Here’s the story from Monday’s Citizen. I read this,
Mr. Cashman said the introduction of BlackBerry (and other portable devices) into PSAC’s bargaining is something PSAC workers are crying for.
“They are the ones saying that this little machine takes over their life,” he said. “We are telling them, ‘you don’t have to answer your e-mail at night’.”
… and my first thought was that this makes PSAC members look stupid. Like we (yes I pay my dues — not like I have a choice!) can’t handle the technology.
Mitch Joel sums it up well:
I manage my technology – I don’t let my technology manage me (feel free to re-read that statement).
I like to think I do that also – I can turn it off if I choose.
But here’s an example of why I would not want to give up the connectivity we get from Blackberries and whatnot: yesterday I was feeling halfway rotten, recovering from a nasty stomach bug that laid me out the day before. So I chose to work from home, using the Blackberry and web access to my network via my laptop. Without these tools, I would have just taken a sick day.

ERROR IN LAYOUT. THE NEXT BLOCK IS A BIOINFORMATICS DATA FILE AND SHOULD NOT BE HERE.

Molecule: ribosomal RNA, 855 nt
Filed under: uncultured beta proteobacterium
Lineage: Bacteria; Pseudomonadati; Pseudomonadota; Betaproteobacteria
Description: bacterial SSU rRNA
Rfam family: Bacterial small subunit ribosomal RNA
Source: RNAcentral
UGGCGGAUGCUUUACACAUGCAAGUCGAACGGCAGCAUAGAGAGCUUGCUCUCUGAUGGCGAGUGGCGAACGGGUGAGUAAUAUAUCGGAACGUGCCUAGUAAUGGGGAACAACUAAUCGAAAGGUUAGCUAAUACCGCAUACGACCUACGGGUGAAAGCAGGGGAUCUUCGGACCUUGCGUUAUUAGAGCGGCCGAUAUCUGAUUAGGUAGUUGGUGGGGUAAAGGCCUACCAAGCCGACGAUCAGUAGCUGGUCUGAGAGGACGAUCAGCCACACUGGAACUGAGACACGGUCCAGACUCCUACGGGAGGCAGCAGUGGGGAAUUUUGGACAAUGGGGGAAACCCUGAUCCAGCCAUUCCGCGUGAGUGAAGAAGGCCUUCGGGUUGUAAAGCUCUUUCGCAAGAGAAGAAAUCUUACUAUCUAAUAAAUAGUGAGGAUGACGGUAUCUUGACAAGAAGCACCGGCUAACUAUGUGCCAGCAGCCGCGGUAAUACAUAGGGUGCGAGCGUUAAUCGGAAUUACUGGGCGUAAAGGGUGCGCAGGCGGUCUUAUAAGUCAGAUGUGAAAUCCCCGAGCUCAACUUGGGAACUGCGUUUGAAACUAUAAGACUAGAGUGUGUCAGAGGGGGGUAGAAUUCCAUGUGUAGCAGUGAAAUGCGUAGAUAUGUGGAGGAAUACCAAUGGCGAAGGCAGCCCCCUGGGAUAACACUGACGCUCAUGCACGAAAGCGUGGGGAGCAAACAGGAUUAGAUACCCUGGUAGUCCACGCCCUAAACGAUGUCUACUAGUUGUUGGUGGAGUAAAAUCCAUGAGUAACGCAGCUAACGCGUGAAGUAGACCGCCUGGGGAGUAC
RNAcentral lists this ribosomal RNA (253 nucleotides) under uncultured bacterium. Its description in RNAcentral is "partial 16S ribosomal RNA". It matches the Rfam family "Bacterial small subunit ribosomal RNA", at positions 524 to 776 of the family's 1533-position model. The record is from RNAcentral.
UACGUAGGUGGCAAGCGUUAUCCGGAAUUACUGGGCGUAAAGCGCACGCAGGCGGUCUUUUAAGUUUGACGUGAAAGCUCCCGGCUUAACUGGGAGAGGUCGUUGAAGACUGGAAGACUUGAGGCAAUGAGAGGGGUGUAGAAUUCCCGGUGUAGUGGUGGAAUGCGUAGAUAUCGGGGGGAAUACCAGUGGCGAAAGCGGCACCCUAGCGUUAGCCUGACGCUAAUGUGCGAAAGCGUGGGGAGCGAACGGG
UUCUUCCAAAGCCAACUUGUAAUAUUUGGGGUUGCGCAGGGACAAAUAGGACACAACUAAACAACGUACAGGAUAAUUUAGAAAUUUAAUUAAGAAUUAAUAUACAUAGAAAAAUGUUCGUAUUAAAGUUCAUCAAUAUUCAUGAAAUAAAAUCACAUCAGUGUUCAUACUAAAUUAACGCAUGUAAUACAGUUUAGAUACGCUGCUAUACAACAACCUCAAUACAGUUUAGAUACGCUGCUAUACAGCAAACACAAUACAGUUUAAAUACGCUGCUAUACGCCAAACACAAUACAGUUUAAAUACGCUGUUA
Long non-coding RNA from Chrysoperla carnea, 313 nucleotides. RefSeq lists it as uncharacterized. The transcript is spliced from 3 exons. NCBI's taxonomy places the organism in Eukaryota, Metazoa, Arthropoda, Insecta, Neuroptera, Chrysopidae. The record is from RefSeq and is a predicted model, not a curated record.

So what did I do with myself? I was able to write some stuff that I had been meaning to get to for a long time, but just never quite got around to due to all the distractions and demands on my time at the cube farm. Office drones of the world, I’m sure you can relate — it’s bloody hard to do work that requires concentration when the hive is buzzing.
And you know what? The stuff I came up with, it was pretty good. Better yet — thanks to the ‘electronic tether,’ I was able to shop it around and incorporate improvements recommended by my colleagues too, without having to wait to shop it around when I would be back in the office.
So rather than lose a day of productivity, I was actually able to turn my somewhat but not fully impaired state to my advantage. I was also able to save a sick day for future use when I might *really* need it.